The old clerk had fallen from his seat, and lay in a motionless heap at the bottom of the railway carriage.
The third stroke of paralysis had come upon him; inevitable, no doubt, long ago; but hastened, it may be, by that unlooked-for meeting at the Waterloo terminus.
Joseph Wilmot knelt beside the stricken man. He was a vagabond and an outcast, and scenes of horror were not new to him. He had seen death under many of its worst aspects, and the grim King of Terrors had little terror for him. He was hardened, steeped in guilt, and callous as to the sufferings of others. The love which he bore for his daughter was, perhaps, the last ray of feeling that yet lingered in this man’s perverted nature.
But he did all he could, nevertheless, for the unconscious old man. He loosened his cravat, unfastened his waistcoat, and felt for the beating of his heart.
That heart did beat: very fitfully, as if the old clerk’s weary soul had been making feeble struggles to be released from its frail tabernacle of clay.
“Better, perhaps, if this should prove fatal,” Joseph muttered; “I should go on alone to meet Henry Dunbar.”
The train reached Basingstoke; Joseph put his head out of the open window, and called loudly to a porter.
The man came quickly, in answer to that impatient summons.
“My brother is in a fit,” Joseph cried; “help me to lift him out of the carriage, and then send some one for a doctor.”
The unconscious form was lifted out in the arms of the two strong men. They carried it into the waiting-room, and laid it on a sofa.
The bell rang, and the Southampton train rushed onward without the two travellers.
In another moment the whole station was in commotion. A gentleman had been seized with paralysis, and was dying.
The doctor arrived in less than ten minutes. He shook his head, after examining his patient.
“It’s a bad case,” said he; “very bad; but we must do our best. Is there anybody with this old gentleman?”
“Yes, sir,” the porter answered, pointing to Joseph; “this person is with him.”
The country surgeon glanced rather suspiciously at Joseph Wilmot. He looked a vagabond, certainly — every inch a vagabond; a reckless, dare-devil scoundrel, at war with society, and defiant of a world he hated.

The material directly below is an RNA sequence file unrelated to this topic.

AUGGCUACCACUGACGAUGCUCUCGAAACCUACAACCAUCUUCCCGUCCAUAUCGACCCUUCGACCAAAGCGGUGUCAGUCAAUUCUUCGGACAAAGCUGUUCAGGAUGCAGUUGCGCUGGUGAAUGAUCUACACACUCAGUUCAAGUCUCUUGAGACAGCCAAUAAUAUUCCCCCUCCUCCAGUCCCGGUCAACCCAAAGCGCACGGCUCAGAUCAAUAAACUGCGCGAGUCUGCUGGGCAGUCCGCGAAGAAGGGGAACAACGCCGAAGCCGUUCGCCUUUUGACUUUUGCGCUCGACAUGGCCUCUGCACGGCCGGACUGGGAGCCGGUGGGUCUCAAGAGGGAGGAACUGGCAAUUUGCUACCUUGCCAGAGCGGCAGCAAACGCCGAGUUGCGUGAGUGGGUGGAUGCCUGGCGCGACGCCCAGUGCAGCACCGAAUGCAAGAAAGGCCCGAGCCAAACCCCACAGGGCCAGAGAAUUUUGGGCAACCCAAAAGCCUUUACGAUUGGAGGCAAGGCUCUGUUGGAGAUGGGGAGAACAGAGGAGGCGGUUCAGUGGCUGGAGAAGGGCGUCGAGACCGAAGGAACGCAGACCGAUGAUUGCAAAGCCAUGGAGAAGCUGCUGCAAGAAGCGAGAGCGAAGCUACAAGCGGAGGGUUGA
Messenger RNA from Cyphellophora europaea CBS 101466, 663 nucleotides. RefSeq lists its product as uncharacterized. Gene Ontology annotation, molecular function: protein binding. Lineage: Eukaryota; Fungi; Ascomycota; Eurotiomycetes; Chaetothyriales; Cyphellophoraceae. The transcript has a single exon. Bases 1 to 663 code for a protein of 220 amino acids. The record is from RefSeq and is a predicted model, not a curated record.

“Are you — any — relation to this gentleman?” the doctor asked, hesitatingly.
“Yes, I am his brother.”
“I should recommend his being removed to the nearest hotel. I will send a woman to nurse him. Do you know if this is the first stroke he has ever had?”
“No, I do not.”
The surgeon looked more suspicious than ever, after receiving this answer.
“Strange,” he said, “that you, who say you are his brother, should not be able to give me information upon that point.”
Joseph Wilmot answered with an air of carelessness that was almost contemptuous:
“It is strange,” he said; “but many stranger things have happened in this world before now. My brother and I haven’t met for years until we met to-day.”
The unconscious man was removed from the railway station to an inn near at hand — a humble, countrified place, but clean and orderly. Here he was taken to a bed-chamber, whose old-fashioned latticed windows looked out upon the dusty road.
The doctor did all that his skill could devise, but he could not restore consciousness to the paralyzed brain. The soul was gone already. The body lay, a form of motionless and senseless clay, under the white counterpane; and Joseph Wilmot, sitting near the foot of the bed, watched it with a gloomy face.
The woman who was to nurse the sick man came by-and-by, and took her place by the pillow. But there was very little for her to do.
“Is there any hope of his recovering?” Joseph asked eagerly, as the doctor was about to leave the room.
“I fear not — I fear there is no hope.”
“Will it be over soon?”
“Very soon, I think. I do not believe that he can last more than four-and-twenty hours.”
The surgeon waited for a few moments after saying this, expecting some exclamation of surprise or grief from the dying man’s brother: but there was none; and with a hasty “good evening” the medical man quitted the room.
It was growing dusk, and the twilight shadows upon Joseph Wilmot’s face made it, in its sullen gloom, darker even than it had been in the railway carriage.
“I’m glad of it, I’m glad of it,” he muttered; “I shall meet Harry Dunbar alone.”
The bed-chamber in which the sick man lay opened out of a little sitting-room. Sampson’s carpet-bag and portmanteau had been left in this sitting-room.
Joseph Wilmot searched the pockets in the clothes that had been taken off his brother’s senseless form.